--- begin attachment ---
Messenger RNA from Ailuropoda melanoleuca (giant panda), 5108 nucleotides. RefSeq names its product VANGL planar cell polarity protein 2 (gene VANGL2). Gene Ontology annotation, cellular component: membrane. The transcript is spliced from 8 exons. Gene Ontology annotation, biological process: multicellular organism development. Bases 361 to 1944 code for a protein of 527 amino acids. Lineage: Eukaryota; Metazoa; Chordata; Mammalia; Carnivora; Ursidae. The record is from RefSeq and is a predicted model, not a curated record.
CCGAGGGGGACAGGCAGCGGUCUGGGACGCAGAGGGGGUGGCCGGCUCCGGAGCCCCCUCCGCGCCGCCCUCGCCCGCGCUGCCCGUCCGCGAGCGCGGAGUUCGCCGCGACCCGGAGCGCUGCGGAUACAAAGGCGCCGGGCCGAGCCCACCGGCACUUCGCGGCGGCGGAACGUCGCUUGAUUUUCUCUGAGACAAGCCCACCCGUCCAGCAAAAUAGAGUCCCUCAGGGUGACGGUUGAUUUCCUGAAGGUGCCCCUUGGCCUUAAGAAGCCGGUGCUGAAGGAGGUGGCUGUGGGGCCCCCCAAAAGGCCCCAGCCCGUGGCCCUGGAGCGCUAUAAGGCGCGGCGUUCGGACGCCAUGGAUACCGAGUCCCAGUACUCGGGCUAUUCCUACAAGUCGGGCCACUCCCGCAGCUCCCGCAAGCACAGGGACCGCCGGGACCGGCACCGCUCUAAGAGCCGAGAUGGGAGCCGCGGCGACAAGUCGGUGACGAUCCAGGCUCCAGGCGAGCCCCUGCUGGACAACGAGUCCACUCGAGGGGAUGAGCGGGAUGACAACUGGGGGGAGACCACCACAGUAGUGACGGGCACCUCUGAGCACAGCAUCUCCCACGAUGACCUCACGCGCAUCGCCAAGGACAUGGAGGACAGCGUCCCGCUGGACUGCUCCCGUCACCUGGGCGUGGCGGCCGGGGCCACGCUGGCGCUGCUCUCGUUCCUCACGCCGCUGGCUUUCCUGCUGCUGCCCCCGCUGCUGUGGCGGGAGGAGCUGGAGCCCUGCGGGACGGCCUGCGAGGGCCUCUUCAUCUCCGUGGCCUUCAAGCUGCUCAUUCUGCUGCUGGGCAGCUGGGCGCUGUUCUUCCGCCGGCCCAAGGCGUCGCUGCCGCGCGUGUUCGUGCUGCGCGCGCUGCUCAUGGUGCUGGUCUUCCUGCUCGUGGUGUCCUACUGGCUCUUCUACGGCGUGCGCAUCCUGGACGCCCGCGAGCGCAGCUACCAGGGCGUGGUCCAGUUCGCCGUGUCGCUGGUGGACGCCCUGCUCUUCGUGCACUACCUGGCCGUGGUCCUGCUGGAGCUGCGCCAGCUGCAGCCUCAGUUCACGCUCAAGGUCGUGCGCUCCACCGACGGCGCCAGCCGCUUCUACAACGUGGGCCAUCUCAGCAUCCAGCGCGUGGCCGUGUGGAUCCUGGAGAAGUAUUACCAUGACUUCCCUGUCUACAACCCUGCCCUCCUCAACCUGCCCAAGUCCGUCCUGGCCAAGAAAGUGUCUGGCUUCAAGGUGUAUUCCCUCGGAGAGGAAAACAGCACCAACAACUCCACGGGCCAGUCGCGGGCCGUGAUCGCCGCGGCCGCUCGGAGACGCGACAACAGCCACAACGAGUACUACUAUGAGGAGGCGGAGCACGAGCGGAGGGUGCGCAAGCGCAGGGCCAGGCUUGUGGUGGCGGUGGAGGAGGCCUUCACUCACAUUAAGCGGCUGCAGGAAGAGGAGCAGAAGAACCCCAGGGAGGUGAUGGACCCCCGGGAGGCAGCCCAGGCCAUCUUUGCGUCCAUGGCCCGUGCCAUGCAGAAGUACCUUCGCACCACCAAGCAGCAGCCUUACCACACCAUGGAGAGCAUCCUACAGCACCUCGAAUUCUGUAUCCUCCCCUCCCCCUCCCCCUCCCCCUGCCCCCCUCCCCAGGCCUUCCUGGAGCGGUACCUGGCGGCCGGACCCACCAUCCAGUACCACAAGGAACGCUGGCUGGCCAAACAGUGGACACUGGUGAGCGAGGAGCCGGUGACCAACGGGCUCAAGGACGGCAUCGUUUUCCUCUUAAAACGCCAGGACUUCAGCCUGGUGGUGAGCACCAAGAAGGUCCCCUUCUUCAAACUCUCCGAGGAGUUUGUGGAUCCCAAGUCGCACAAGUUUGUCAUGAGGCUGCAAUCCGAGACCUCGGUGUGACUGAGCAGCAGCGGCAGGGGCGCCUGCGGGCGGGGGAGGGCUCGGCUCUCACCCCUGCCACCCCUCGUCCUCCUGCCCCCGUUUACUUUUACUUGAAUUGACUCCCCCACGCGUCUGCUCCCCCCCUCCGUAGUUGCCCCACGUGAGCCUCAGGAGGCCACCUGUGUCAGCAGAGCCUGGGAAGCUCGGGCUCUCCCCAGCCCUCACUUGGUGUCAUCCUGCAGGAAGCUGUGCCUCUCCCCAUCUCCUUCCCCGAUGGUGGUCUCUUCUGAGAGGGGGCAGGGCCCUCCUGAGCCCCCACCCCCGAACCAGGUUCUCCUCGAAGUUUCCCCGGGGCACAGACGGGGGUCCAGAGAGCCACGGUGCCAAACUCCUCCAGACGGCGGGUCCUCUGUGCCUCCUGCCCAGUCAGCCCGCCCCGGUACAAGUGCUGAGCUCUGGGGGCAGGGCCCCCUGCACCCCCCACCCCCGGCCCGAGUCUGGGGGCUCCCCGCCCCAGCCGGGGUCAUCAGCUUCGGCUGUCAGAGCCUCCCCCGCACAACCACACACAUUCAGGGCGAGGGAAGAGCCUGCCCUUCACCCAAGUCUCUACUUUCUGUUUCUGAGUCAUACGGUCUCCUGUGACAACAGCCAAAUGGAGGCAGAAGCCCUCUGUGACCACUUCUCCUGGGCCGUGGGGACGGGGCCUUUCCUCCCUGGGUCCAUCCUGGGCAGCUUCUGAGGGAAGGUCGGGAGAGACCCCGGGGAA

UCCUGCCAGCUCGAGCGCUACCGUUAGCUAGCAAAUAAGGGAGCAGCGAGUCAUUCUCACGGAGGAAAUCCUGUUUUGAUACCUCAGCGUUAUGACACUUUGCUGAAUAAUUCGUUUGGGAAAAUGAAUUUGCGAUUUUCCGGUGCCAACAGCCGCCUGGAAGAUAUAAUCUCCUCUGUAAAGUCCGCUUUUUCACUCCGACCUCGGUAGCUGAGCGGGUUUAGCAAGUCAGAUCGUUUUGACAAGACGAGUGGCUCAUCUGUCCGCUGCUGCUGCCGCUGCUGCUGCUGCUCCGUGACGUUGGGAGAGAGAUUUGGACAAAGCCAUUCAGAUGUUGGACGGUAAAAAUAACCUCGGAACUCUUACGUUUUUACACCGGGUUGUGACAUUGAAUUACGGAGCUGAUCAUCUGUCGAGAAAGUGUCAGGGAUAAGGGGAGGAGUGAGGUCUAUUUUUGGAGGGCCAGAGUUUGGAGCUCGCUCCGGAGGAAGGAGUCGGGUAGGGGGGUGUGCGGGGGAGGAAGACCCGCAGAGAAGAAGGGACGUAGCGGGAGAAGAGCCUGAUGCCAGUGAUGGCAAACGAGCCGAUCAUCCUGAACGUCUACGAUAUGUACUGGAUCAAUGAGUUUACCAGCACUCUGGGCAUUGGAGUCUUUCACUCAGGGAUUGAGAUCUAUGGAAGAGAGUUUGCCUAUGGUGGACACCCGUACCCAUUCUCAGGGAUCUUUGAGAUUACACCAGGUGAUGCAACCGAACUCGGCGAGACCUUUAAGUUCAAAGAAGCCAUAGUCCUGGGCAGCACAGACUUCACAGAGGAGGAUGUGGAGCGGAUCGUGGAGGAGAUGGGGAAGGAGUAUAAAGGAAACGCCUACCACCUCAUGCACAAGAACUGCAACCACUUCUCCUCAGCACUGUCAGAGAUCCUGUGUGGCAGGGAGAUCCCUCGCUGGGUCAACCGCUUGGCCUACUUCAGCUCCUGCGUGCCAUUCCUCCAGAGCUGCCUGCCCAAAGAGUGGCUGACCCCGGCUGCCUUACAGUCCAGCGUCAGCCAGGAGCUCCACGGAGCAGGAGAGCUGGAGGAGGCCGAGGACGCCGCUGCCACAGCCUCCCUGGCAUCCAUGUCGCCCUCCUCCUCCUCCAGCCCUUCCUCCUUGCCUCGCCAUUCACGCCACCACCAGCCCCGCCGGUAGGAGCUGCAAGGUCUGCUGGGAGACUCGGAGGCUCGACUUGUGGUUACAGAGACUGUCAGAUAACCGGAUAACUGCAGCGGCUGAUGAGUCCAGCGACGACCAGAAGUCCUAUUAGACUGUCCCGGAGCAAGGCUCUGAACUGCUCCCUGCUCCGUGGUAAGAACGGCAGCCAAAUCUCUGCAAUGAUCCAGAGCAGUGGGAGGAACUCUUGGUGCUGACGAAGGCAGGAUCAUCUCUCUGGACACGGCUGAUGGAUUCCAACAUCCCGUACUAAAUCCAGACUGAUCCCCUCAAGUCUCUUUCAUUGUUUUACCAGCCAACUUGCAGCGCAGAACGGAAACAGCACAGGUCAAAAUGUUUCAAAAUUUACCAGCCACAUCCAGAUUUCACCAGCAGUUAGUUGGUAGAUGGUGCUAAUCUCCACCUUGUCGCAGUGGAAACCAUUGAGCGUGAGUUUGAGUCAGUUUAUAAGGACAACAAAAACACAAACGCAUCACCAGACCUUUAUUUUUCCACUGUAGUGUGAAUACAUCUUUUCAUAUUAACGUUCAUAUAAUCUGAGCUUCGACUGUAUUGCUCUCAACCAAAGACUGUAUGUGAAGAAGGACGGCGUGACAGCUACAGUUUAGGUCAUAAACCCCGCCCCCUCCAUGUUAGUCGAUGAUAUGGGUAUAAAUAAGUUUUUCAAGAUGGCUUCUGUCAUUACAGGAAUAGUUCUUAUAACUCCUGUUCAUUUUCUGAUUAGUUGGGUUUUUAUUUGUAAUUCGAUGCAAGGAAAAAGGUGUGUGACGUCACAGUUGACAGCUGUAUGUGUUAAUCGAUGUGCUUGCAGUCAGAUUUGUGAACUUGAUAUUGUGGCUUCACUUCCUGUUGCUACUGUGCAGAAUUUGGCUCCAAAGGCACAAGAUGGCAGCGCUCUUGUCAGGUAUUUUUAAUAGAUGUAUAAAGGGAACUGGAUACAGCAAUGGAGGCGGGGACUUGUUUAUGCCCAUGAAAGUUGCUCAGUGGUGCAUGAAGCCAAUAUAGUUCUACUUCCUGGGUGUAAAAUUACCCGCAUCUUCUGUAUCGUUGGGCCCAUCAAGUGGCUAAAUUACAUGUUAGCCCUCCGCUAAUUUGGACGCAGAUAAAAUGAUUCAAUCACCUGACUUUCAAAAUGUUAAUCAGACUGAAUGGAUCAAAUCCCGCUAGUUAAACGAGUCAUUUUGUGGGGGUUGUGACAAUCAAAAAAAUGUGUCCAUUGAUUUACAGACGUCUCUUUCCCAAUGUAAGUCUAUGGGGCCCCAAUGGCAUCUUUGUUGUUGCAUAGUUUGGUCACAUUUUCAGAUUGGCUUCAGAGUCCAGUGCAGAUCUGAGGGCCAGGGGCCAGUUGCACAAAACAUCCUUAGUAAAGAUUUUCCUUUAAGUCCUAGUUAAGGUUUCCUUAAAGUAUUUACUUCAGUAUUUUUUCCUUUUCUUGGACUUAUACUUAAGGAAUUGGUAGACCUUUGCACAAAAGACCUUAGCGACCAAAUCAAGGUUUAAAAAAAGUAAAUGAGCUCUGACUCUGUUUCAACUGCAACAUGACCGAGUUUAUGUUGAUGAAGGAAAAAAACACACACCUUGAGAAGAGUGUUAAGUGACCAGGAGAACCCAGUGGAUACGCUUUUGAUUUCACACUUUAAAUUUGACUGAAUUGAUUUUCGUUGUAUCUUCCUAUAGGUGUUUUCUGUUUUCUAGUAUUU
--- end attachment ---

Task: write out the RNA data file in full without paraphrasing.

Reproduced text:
Messenger RNA from Ailuropoda melanoleuca (giant panda), 5108 nucleotides. RefSeq names its product VANGL planar cell polarity protein 2 (gene VANGL2). Gene Ontology annotation, cellular component: membrane. The transcript is spliced from 8 exons. Gene Ontology annotation, biological process: multicellular organism development. Bases 361 to 1944 code for a protein of 527 amino acids. Lineage: Eukaryota; Metazoa; Chordata; Mammalia; Carnivora; Ursidae. The record is from RefSeq and is a predicted model, not a curated record.
CCGAGGGGGACAGGCAGCGGUCUGGGACGCAGAGGGGGUGGCCGGCUCCGGAGCCCCCUCCGCGCCGCCCUCGCCCGCGCUGCCCGUCCGCGAGCGCGGAGUUCGCCGCGACCCGGAGCGCUGCGGAUACAAAGGCGCCGGGCCGAGCCCACCGGCACUUCGCGGCGGCGGAACGUCGCUUGAUUUUCUCUGAGACAAGCCCACCCGUCCAGCAAAAUAGAGUCCCUCAGGGUGACGGUUGAUUUCCUGAAGGUGCCCCUUGGCCUUAAGAAGCCGGUGCUGAAGGAGGUGGCUGUGGGGCCCCCCAAAAGGCCCCAGCCCGUGGCCCUGGAGCGCUAUAAGGCGCGGCGUUCGGACGCCAUGGAUACCGAGUCCCAGUACUCGGGCUAUUCCUACAAGUCGGGCCACUCCCGCAGCUCCCGCAAGCACAGGGACCGCCGGGACCGGCACCGCUCUAAGAGCCGAGAUGGGAGCCGCGGCGACAAGUCGGUGACGAUCCAGGCUCCAGGCGAGCCCCUGCUGGACAACGAGUCCACUCGAGGGGAUGAGCGGGAUGACAACUGGGGGGAGACCACCACAGUAGUGACGGGCACCUCUGAGCACAGCAUCUCCCACGAUGACCUCACGCGCAUCGCCAAGGACAUGGAGGACAGCGUCCCGCUGGACUGCUCCCGUCACCUGGGCGUGGCGGCCGGGGCCACGCUGGCGCUGCUCUCGUUCCUCACGCCGCUGGCUUUCCUGCUGCUGCCCCCGCUGCUGUGGCGGGAGGAGCUGGAGCCCUGCGGGACGGCCUGCGAGGGCCUCUUCAUCUCCGUGGCCUUCAAGCUGCUCAUUCUGCUGCUGGGCAGCUGGGCGCUGUUCUUCCGCCGGCCCAAGGCGUCGCUGCCGCGCGUGUUCGUGCUGCGCGCGCUGCUCAUGGUGCUGGUCUUCCUGCUCGUGGUGUCCUACUGGCUCUUCUACGGCGUGCGCAUCCUGGACGCCCGCGAGCGCAGCUACCAGGGCGUGGUCCAGUUCGCCGUGUCGCUGGUGGACGCCCUGCUCUUCGUGCACUACCUGGCCGUGGUCCUGCUGGAGCUGCGCCAGCUGCAGCCUCAGUUCACGCUCAAGGUCGUGCGCUCCACCGACGGCGCCAGCCGCUUCUACAACGUGGGCCAUCUCAGCAUCCAGCGCGUGGCCGUGUGGAUCCUGGAGAAGUAUUACCAUGACUUCCCUGUCUACAACCCUGCCCUCCUCAACCUGCCCAAGUCCGUCCUGGCCAAGAAAGUGUCUGGCUUCAAGGUGUAUUCCCUCGGAGAGGAAAACAGCACCAACAACUCCACGGGCCAGUCGCGGGCCGUGAUCGCCGCGGCCGCUCGGAGACGCGACAACAGCCACAACGAGUACUACUAUGAGGAGGCGGAGCACGAGCGGAGGGUGCGCAAGCGCAGGGCCAGGCUUGUGGUGGCGGUGGAGGAGGCCUUCACUCACAUUAAGCGGCUGCAGGAAGAGGAGCAGAAGAACCCCAGGGAGGUGAUGGACCCCCGGGAGGCAGCCCAGGCCAUCUUUGCGUCCAUGGCCCGUGCCAUGCAGAAGUACCUUCGCACCACCAAGCAGCAGCCUUACCACACCAUGGAGAGCAUCCUACAGCACCUCGAAUUCUGUAUCCUCCCCUCCCCCUCCCCCUCCCCCUGCCCCCCUCCCCAGGCCUUCCUGGAGCGGUACCUGGCGGCCGGACCCACCAUCCAGUACCACAAGGAACGCUGGCUGGCCAAACAGUGGACACUGGUGAGCGAGGAGCCGGUGACCAACGGGCUCAAGGACGGCAUCGUUUUCCUCUUAAAACGCCAGGACUUCAGCCUGGUGGUGAGCACCAAGAAGGUCCCCUUCUUCAAACUCUCCGAGGAGUUUGUGGAUCCCAAGUCGCACAAGUUUGUCAUGAGGCUGCAAUCCGAGACCUCGGUGUGACUGAGCAGCAGCGGCAGGGGCGCCUGCGGGCGGGGGAGGGCUCGGCUCUCACCCCUGCCACCCCUCGUCCUCCUGCCCCCGUUUACUUUUACUUGAAUUGACUCCCCCACGCGUCUGCUCCCCCCCUCCGUAGUUGCCCCACGUGAGCCUCAGGAGGCCACCUGUGUCAGCAGAGCCUGGGAAGCUCGGGCUCUCCCCAGCCCUCACUUGGUGUCAUCCUGCAGGAAGCUGUGCCUCUCCCCAUCUCCUUCCCCGAUGGUGGUCUCUUCUGAGAGGGGGCAGGGCCCUCCUGAGCCCCCACCCCCGAACCAGGUUCUCCUCGAAGUUUCCCCGGGGCACAGACGGGGGUCCAGAGAGCCACGGUGCCAAACUCCUCCAGACGGCGGGUCCUCUGUGCCUCCUGCCCAGUCAGCCCGCCCCGGUACAAGUGCUGAGCUCUGGGGGCAGGGCCCCCUGCACCCCCCACCCCCGGCCCGAGUCUGGGGGCUCCCCGCCCCAGCCGGGGUCAUCAGCUUCGGCUGUCAGAGCCUCCCCCGCACAACCACACACAUUCAGGGCGAGGGAAGAGCCUGCCCUUCACCCAAGUCUCUACUUUCUGUUUCUGAGUCAUACGGUCUCCUGUGACAACAGCCAAAUGGAGGCAGAAGCCCUCUGUGACCACUUCUCCUGGGCCGUGGGGACGGGGCCUUUCCUCCCUGGGUCCAUCCUGGGCAGCUUCUGAGGGAAGGUCGGGAGAGACCCCGGGGAA

UCCUGCCAGCUCGAGCGCUACCGUUAGCUAGCAAAUAAGGGAGCAGCGAGUCAUUCUCACGGAGGAAAUCCUGUUUUGAUACCUCAGCGUUAUGACACUUUGCUGAAUAAUUCGUUUGGGAAAAUGAAUUUGCGAUUUUCCGGUGCCAACAGCCGCCUGGAAGAUAUAAUCUCCUCUGUAAAGUCCGCUUUUUCACUCCGACCUCGGUAGCUGAGCGGGUUUAGCAAGUCAGAUCGUUUUGACAAGACGAGUGGCUCAUCUGUCCGCUGCUGCUGCCGCUGCUGCUGCUGCUCCGUGACGUUGGGAGAGAGAUUUGGACAAAGCCAUUCAGAUGUUGGACGGUAAAAAUAACCUCGGAACUCUUACGUUUUUACACCGGGUUGUGACAUUGAAUUACGGAGCUGAUCAUCUGUCGAGAAAGUGUCAGGGAUAAGGGGAGGAGUGAGGUCUAUUUUUGGAGGGCCAGAGUUUGGAGCUCGCUCCGGAGGAAGGAGUCGGGUAGGGGGGUGUGCGGGGGAGGAAGACCCGCAGAGAAGAAGGGACGUAGCGGGAGAAGAGCCUGAUGCCAGUGAUGGCAAACGAGCCGAUCAUCCUGAACGUCUACGAUAUGUACUGGAUCAAUGAGUUUACCAGCACUCUGGGCAUUGGAGUCUUUCACUCAGGGAUUGAGAUCUAUGGAAGAGAGUUUGCCUAUGGUGGACACCCGUACCCAUUCUCAGGGAUCUUUGAGAUUACACCAGGUGAUGCAACCGAACUCGGCGAGACCUUUAAGUUCAAAGAAGCCAUAGUCCUGGGCAGCACAGACUUCACAGAGGAGGAUGUGGAGCGGAUCGUGGAGGAGAUGGGGAAGGAGUAUAAAGGAAACGCCUACCACCUCAUGCACAAGAACUGCAACCACUUCUCCUCAGCACUGUCAGAGAUCCUGUGUGGCAGGGAGAUCCCUCGCUGGGUCAACCGCUUGGCCUACUUCAGCUCCUGCGUGCCAUUCCUCCAGAGCUGCCUGCCCAAAGAGUGGCUGACCCCGGCUGCCUUACAGUCCAGCGUCAGCCAGGAGCUCCACGGAGCAGGAGAGCUGGAGGAGGCCGAGGACGCCGCUGCCACAGCCUCCCUGGCAUCCAUGUCGCCCUCCUCCUCCUCCAGCCCUUCCUCCUUGCCUCGCCAUUCACGCCACCACCAGCCCCGCCGGUAGGAGCUGCAAGGUCUGCUGGGAGACUCGGAGGCUCGACUUGUGGUUACAGAGACUGUCAGAUAACCGGAUAACUGCAGCGGCUGAUGAGUCCAGCGACGACCAGAAGUCCUAUUAGACUGUCCCGGAGCAAGGCUCUGAACUGCUCCCUGCUCCGUGGUAAGAACGGCAGCCAAAUCUCUGCAAUGAUCCAGAGCAGUGGGAGGAACUCUUGGUGCUGACGAAGGCAGGAUCAUCUCUCUGGACACGGCUGAUGGAUUCCAACAUCCCGUACUAAAUCCAGACUGAUCCCCUCAAGUCUCUUUCAUUGUUUUACCAGCCAACUUGCAGCGCAGAACGGAAACAGCACAGGUCAAAAUGUUUCAAAAUUUACCAGCCACAUCCAGAUUUCACCAGCAGUUAGUUGGUAGAUGGUGCUAAUCUCCACCUUGUCGCAGUGGAAACCAUUGAGCGUGAGUUUGAGUCAGUUUAUAAGGACAACAAAAACACAAACGCAUCACCAGACCUUUAUUUUUCCACUGUAGUGUGAAUACAUCUUUUCAUAUUAACGUUCAUAUAAUCUGAGCUUCGACUGUAUUGCUCUCAACCAAAGACUGUAUGUGAAGAAGGACGGCGUGACAGCUACAGUUUAGGUCAUAAACCCCGCCCCCUCCAUGUUAGUCGAUGAUAUGGGUAUAAAUAAGUUUUUCAAGAUGGCUUCUGUCAUUACAGGAAUAGUUCUUAUAACUCCUGUUCAUUUUCUGAUUAGUUGGGUUUUUAUUUGUAAUUCGAUGCAAGGAAAAAGGUGUGUGACGUCACAGUUGACAGCUGUAUGUGUUAAUCGAUGUGCUUGCAGUCAGAUUUGUGAACUUGAUAUUGUGGCUUCACUUCCUGUUGCUACUGUGCAGAAUUUGGCUCCAAAGGCACAAGAUGGCAGCGCUCUUGUCAGGUAUUUUUAAUAGAUGUAUAAAGGGAACUGGAUACAGCAAUGGAGGCGGGGACUUGUUUAUGCCCAUGAAAGUUGCUCAGUGGUGCAUGAAGCCAAUAUAGUUCUACUUCCUGGGUGUAAAAUUACCCGCAUCUUCUGUAUCGUUGGGCCCAUCAAGUGGCUAAAUUACAUGUUAGCCCUCCGCUAAUUUGGACGCAGAUAAAAUGAUUCAAUCACCUGACUUUCAAAAUGUUAAUCAGACUGAAUGGAUCAAAUCCCGCUAGUUAAACGAGUCAUUUUGUGGGGGUUGUGACAAUCAAAAAAAUGUGUCCAUUGAUUUACAGACGUCUCUUUCCCAAUGUAAGUCUAUGGGGCCCCAAUGGCAUCUUUGUUGUUGCAUAGUUUGGUCACAUUUUCAGAUUGGCUUCAGAGUCCAGUGCAGAUCUGAGGGCCAGGGGCCAGUUGCACAAAACAUCCUUAGUAAAGAUUUUCCUUUAAGUCCUAGUUAAGGUUUCCUUAAAGUAUUUACUUCAGUAUUUUUUCCUUUUCUUGGACUUAUACUUAAGGAAUUGGUAGACCUUUGCACAAAAGACCUUAGCGACCAAAUCAAGGUUUAAAAAAAGUAAAUGAGCUCUGACUCUGUUUCAACUGCAACAUGACCGAGUUUAUGUUGAUGAAGGAAAAAAACACACACCUUGAGAAGAGUGUUAAGUGACCAGGAGAACCCAGUGGAUACGCUUUUGAUUUCACACUUUAAAUUUGACUGAAUUGAUUUUCGUUGUAUCUUCCUAUAGGUGUUUUCUGUUUUCUAGUAUUU